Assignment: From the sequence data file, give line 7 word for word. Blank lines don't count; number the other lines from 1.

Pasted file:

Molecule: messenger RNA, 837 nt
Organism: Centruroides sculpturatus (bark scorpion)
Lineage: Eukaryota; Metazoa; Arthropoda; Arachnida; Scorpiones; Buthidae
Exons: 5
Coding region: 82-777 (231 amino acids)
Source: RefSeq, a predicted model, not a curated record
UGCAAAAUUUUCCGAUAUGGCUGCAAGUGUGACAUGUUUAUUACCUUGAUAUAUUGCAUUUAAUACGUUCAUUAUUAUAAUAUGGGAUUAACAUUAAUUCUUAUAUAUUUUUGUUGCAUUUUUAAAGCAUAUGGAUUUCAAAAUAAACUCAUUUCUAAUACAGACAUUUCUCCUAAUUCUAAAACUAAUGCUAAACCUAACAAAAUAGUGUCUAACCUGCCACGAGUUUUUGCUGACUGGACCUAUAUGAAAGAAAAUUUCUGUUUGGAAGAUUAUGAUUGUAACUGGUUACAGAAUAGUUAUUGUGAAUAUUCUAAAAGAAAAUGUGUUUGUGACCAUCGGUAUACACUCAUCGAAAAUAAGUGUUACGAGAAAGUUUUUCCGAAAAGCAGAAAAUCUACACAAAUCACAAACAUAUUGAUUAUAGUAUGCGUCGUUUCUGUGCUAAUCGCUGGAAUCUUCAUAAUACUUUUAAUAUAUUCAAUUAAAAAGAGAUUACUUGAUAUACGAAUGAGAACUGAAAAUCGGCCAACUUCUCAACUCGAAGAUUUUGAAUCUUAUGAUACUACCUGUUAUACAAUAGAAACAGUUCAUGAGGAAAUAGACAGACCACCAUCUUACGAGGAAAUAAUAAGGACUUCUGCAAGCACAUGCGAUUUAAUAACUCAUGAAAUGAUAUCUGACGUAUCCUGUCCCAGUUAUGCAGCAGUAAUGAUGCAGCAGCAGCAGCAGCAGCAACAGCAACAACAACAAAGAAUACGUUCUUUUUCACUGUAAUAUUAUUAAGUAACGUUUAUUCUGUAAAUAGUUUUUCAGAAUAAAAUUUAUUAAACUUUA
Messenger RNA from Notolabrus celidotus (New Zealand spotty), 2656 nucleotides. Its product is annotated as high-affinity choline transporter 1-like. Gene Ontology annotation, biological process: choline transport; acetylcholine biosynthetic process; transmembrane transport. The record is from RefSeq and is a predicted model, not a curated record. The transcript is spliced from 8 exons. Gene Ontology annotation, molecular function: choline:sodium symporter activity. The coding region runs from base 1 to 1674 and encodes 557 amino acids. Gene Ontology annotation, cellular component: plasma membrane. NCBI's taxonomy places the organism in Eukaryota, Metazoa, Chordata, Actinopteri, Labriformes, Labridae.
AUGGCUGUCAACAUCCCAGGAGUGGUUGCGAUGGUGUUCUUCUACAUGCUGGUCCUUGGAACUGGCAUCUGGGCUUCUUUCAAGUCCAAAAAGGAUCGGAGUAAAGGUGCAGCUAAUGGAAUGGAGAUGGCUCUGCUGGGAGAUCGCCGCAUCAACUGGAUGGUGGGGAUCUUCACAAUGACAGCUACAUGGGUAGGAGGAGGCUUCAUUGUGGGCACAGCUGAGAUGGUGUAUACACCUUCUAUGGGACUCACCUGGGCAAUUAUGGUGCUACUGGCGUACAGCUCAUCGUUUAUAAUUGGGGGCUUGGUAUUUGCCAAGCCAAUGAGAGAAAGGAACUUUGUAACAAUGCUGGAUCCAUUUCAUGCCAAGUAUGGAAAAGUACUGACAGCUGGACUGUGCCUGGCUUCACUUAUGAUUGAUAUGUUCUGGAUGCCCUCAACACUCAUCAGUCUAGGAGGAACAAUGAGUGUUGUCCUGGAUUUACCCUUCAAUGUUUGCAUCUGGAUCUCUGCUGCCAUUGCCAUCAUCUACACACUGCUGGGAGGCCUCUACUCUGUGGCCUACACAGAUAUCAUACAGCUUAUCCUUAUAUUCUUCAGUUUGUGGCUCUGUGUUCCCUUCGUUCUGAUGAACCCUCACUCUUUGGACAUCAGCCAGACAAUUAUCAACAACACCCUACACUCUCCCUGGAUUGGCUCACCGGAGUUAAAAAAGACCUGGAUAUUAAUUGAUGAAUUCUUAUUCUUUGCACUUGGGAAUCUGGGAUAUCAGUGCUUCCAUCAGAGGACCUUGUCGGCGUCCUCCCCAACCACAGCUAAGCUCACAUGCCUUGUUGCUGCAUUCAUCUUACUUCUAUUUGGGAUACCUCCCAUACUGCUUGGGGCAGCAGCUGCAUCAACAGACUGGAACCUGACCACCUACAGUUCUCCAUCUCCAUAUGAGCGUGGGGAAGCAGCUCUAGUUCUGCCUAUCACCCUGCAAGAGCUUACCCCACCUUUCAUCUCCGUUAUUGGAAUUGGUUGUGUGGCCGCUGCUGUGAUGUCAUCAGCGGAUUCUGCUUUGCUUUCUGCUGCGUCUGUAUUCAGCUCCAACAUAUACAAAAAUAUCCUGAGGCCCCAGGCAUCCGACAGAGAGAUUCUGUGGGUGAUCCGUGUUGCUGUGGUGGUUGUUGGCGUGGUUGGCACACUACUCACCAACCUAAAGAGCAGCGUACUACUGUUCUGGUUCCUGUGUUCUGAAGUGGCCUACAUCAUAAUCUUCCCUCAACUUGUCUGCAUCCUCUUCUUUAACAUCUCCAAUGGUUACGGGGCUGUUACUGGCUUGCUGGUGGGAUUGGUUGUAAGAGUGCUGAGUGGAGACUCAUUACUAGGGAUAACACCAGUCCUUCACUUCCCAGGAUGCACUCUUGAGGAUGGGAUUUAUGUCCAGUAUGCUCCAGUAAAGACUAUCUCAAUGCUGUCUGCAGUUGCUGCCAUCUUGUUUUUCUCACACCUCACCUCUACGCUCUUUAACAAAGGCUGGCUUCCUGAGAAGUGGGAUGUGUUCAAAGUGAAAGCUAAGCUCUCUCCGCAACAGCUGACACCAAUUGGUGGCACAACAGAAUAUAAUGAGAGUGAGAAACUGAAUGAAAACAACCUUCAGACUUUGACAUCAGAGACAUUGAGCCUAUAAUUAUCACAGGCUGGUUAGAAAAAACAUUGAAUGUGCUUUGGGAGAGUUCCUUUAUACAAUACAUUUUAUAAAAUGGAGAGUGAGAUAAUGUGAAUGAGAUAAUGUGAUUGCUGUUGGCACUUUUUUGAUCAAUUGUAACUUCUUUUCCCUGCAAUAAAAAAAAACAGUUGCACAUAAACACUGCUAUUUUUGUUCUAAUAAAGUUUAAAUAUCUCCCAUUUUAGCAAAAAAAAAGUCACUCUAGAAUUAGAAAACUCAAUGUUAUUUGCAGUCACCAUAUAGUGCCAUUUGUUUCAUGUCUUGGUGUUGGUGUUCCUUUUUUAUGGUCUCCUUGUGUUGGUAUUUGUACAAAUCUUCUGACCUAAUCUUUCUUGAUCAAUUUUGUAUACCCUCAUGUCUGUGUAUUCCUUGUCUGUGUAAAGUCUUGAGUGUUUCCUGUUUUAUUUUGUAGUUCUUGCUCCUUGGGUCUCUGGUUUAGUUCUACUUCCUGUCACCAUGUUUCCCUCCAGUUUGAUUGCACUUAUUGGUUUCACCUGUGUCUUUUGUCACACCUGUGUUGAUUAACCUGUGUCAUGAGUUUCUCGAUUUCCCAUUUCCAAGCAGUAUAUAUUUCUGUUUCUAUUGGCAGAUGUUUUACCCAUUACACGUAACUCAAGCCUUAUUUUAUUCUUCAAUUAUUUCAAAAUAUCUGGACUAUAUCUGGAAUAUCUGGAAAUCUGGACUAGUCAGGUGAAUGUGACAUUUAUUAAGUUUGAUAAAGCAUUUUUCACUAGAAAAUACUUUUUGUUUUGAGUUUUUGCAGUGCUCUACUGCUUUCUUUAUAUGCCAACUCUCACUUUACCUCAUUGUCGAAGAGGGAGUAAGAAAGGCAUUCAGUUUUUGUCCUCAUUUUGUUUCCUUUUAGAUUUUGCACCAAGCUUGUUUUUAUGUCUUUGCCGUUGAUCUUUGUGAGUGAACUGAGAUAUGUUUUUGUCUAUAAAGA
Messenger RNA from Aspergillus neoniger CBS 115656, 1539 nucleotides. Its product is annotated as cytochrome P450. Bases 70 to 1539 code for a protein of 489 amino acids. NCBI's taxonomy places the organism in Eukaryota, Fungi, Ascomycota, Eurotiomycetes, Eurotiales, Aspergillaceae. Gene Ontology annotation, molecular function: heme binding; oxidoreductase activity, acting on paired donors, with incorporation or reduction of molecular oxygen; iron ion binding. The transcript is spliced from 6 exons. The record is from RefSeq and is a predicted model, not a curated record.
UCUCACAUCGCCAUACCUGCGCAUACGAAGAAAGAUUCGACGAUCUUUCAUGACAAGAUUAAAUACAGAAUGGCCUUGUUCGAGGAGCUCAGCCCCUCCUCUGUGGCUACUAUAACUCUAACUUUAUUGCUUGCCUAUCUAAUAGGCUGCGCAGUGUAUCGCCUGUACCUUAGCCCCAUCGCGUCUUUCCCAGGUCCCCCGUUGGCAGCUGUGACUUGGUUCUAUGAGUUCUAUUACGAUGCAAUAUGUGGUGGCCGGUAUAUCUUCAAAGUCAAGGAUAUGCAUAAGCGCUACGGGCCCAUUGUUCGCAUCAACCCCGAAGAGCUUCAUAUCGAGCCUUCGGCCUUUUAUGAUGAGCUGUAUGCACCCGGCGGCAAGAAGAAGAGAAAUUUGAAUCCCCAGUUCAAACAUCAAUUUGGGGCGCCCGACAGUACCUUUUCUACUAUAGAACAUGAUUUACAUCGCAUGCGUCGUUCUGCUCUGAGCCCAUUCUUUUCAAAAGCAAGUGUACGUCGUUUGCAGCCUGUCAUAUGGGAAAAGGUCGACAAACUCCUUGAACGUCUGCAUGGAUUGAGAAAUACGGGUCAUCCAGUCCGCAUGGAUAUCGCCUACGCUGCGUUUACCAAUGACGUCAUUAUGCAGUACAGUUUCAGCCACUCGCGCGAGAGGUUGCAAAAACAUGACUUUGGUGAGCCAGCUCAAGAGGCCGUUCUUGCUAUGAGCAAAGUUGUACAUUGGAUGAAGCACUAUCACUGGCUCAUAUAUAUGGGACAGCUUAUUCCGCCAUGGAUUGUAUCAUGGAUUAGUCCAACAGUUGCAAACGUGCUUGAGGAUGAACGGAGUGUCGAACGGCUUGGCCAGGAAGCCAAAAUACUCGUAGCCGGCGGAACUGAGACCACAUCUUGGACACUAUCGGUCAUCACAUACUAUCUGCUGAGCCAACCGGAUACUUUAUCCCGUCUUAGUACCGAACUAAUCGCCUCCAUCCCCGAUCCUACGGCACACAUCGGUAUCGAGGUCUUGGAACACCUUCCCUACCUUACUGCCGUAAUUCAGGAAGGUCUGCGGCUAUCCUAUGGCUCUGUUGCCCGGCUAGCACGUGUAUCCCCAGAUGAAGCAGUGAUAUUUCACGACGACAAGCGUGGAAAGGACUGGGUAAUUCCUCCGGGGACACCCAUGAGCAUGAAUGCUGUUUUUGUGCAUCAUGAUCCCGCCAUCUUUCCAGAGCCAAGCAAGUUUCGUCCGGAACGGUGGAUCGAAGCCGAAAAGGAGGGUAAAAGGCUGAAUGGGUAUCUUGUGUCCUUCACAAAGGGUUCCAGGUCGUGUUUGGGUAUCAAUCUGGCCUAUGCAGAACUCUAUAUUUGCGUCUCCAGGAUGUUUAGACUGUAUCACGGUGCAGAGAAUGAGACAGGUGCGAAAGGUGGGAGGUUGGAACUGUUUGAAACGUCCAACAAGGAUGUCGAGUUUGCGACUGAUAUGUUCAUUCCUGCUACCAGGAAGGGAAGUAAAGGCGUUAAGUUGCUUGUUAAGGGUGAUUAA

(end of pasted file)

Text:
UGCAAAAUUUUCCGAUAUGGCUGCAAGUGUGACAUGUUUAUUACCUUGAUAUAUUGCAUUUAAUACGUUCAUUAUUAUAAUAUGGGAUUAACAUUAAUUCUUAUAUAUUUUUGUUGCAUUUUUAAAGCAUAUGGAUUUCAAAAUAAACUCAUUUCUAAUACAGACAUUUCUCCUAAUUCUAAAACUAAUGCUAAACCUAACAAAAUAGUGUCUAACCUGCCACGAGUUUUUGCUGACUGGACCUAUAUGAAAGAAAAUUUCUGUUUGGAAGAUUAUGAUUGUAACUGGUUACAGAAUAGUUAUUGUGAAUAUUCUAAAAGAAAAUGUGUUUGUGACCAUCGGUAUACACUCAUCGAAAAUAAGUGUUACGAGAAAGUUUUUCCGAAAAGCAGAAAAUCUACACAAAUCACAAACAUAUUGAUUAUAGUAUGCGUCGUUUCUGUGCUAAUCGCUGGAAUCUUCAUAAUACUUUUAAUAUAUUCAAUUAAAAAGAGAUUACUUGAUAUACGAAUGAGAACUGAAAAUCGGCCAACUUCUCAACUCGAAGAUUUUGAAUCUUAUGAUACUACCUGUUAUACAAUAGAAACAGUUCAUGAGGAAAUAGACAGACCACCAUCUUACGAGGAAAUAAUAAGGACUUCUGCAAGCACAUGCGAUUUAAUAACUCAUGAAAUGAUAUCUGACGUAUCCUGUCCCAGUUAUGCAGCAGUAAUGAUGCAGCAGCAGCAGCAGCAGCAACAGCAACAACAACAAAGAAUACGUUCUUUUUCACUGUAAUAUUAUUAAGUAACGUUUAUUCUGUAAAUAGUUUUUCAGAAUAAAAUUUAUUAAACUUUA